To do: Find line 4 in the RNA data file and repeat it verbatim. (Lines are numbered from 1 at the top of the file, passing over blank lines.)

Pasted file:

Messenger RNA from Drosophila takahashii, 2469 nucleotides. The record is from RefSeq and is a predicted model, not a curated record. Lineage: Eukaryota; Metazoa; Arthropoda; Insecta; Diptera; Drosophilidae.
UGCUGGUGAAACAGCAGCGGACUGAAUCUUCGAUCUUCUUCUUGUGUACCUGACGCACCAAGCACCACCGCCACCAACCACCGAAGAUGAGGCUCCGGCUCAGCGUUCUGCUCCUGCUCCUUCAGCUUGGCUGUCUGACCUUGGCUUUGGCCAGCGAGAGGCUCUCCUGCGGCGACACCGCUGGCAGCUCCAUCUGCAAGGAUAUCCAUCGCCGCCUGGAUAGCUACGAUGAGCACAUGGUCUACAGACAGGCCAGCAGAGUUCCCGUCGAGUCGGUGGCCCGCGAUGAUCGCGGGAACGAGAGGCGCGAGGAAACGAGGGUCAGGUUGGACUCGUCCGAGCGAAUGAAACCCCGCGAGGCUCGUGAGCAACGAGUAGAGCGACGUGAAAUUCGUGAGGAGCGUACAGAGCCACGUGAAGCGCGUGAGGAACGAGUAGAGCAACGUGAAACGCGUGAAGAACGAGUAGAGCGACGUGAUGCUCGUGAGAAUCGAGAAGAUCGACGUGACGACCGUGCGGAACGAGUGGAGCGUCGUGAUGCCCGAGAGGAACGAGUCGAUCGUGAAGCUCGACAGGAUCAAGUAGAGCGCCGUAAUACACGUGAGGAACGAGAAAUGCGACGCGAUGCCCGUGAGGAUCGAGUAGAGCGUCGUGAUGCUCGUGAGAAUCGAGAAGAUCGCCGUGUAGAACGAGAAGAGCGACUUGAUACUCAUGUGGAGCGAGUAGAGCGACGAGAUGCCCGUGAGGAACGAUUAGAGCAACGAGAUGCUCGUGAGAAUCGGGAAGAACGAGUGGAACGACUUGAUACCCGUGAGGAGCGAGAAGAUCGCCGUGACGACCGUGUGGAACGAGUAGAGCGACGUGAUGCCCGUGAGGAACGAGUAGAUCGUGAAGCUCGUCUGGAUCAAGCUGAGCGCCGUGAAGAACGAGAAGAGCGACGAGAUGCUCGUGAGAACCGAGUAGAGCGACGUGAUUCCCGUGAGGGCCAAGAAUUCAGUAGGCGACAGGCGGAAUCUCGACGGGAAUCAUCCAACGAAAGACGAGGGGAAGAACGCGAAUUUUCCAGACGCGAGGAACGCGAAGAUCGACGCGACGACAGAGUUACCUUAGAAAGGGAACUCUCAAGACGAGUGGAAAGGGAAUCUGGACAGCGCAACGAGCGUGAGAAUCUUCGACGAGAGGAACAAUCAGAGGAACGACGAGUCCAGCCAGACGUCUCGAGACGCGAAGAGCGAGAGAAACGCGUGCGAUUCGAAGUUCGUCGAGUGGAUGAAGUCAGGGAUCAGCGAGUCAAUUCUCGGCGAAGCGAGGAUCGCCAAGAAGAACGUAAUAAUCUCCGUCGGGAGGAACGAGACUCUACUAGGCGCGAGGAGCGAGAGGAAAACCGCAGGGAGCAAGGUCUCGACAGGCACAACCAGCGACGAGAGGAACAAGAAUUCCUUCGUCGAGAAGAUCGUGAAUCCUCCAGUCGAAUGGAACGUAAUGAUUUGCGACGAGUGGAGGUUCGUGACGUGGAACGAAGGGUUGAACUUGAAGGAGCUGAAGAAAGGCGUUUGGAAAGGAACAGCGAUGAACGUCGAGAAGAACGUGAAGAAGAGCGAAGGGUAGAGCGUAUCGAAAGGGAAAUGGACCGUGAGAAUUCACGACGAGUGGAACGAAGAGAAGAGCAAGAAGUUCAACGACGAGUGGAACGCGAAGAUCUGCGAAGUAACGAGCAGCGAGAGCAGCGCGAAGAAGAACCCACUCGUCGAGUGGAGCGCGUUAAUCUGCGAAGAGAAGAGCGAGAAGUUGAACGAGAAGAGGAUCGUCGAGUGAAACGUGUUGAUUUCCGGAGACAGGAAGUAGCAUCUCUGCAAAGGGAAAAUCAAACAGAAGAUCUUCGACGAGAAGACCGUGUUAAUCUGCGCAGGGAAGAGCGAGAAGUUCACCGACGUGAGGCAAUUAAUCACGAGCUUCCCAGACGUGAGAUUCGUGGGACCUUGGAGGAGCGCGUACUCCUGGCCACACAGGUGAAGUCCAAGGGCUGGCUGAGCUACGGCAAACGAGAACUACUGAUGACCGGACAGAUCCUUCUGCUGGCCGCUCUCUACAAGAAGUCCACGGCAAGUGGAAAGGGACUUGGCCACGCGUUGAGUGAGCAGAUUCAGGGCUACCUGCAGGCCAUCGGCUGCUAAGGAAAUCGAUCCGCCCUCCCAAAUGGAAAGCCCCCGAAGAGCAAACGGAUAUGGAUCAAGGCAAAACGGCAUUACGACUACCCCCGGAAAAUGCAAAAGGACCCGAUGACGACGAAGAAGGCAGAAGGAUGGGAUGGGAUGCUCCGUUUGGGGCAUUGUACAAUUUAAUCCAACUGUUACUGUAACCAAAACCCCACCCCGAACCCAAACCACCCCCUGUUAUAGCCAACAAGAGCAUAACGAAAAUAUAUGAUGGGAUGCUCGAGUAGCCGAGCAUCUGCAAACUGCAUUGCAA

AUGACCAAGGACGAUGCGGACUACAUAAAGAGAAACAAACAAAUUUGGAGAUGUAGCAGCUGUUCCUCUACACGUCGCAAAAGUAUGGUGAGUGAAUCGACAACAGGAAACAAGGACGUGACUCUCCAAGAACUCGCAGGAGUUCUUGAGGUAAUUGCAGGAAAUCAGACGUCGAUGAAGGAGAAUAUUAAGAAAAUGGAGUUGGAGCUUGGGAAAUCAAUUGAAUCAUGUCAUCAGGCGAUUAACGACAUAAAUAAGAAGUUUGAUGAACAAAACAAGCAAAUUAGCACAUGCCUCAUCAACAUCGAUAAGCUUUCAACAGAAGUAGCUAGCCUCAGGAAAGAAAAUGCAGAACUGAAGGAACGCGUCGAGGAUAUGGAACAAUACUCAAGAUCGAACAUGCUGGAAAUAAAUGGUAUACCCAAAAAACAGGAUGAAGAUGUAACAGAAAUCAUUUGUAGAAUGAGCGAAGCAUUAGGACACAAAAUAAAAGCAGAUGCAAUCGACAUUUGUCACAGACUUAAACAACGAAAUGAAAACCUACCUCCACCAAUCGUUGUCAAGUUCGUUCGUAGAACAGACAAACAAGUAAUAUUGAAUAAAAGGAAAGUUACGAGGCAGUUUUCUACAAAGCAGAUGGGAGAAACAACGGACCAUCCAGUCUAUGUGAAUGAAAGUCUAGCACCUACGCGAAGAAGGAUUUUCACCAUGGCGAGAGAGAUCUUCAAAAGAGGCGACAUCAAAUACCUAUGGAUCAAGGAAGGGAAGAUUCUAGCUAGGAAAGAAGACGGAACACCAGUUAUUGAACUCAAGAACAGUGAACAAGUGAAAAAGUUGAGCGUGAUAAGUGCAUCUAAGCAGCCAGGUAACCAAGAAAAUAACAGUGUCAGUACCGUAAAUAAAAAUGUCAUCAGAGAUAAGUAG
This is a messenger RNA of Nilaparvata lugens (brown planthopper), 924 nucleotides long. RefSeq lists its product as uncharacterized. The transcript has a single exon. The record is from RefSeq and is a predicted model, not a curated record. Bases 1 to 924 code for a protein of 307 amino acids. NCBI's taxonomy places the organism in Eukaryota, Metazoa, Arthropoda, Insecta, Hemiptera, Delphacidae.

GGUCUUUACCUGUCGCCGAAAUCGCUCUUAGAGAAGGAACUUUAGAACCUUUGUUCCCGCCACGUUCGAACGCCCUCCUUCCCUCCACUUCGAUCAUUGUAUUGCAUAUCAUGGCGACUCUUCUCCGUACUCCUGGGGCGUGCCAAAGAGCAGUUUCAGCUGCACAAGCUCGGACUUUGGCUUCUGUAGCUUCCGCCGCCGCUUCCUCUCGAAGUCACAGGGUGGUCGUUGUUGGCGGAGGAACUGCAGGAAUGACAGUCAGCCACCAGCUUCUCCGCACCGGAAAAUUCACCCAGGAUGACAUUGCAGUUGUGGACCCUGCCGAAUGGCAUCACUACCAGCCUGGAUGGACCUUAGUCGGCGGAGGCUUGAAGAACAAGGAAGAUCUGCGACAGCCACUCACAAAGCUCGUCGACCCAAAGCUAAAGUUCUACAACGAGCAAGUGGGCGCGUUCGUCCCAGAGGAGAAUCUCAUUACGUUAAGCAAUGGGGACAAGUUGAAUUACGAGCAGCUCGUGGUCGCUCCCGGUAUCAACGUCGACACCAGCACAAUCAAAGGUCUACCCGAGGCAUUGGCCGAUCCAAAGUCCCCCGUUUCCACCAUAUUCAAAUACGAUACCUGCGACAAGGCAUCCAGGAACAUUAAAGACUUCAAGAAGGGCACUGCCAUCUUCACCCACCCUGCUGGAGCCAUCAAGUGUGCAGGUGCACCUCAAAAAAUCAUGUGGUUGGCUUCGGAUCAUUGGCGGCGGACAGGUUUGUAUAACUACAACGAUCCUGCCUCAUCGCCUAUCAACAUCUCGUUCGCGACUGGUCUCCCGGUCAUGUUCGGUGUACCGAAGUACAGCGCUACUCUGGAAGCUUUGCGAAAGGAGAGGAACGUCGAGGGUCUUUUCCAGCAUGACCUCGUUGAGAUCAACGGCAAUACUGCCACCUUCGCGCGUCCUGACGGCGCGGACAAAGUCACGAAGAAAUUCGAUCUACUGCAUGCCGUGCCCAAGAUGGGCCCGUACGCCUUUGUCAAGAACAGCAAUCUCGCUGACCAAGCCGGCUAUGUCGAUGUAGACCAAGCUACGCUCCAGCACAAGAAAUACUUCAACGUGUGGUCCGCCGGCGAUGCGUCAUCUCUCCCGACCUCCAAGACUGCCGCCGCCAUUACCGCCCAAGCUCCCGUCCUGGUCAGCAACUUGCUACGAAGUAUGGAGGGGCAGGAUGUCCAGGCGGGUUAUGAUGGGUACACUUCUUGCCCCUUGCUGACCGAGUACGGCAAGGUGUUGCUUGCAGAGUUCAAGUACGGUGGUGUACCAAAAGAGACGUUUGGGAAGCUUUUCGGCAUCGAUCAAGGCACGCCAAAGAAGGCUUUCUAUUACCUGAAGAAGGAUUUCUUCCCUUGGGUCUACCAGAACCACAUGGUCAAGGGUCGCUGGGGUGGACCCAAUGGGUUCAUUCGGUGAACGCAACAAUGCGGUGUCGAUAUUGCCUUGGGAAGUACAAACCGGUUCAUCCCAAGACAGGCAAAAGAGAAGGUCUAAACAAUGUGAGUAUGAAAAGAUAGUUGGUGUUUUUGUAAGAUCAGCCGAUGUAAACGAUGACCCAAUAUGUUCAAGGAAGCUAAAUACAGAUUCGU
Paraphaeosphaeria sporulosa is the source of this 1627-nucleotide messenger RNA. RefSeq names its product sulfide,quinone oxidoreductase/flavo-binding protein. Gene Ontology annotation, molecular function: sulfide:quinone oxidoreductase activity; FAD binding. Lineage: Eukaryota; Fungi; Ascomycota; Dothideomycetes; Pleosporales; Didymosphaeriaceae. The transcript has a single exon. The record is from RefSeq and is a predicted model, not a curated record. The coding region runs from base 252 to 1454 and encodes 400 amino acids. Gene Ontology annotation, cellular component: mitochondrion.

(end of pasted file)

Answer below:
This is a messenger RNA of Nilaparvata lugens (brown planthopper), 924 nucleotides long. RefSeq lists its product as uncharacterized. The transcript has a single exon. The record is from RefSeq and is a predicted model, not a curated record. Bases 1 to 924 code for a protein of 307 amino acids. NCBI's taxonomy places the organism in Eukaryota, Metazoa, Arthropoda, Insecta, Hemiptera, Delphacidae.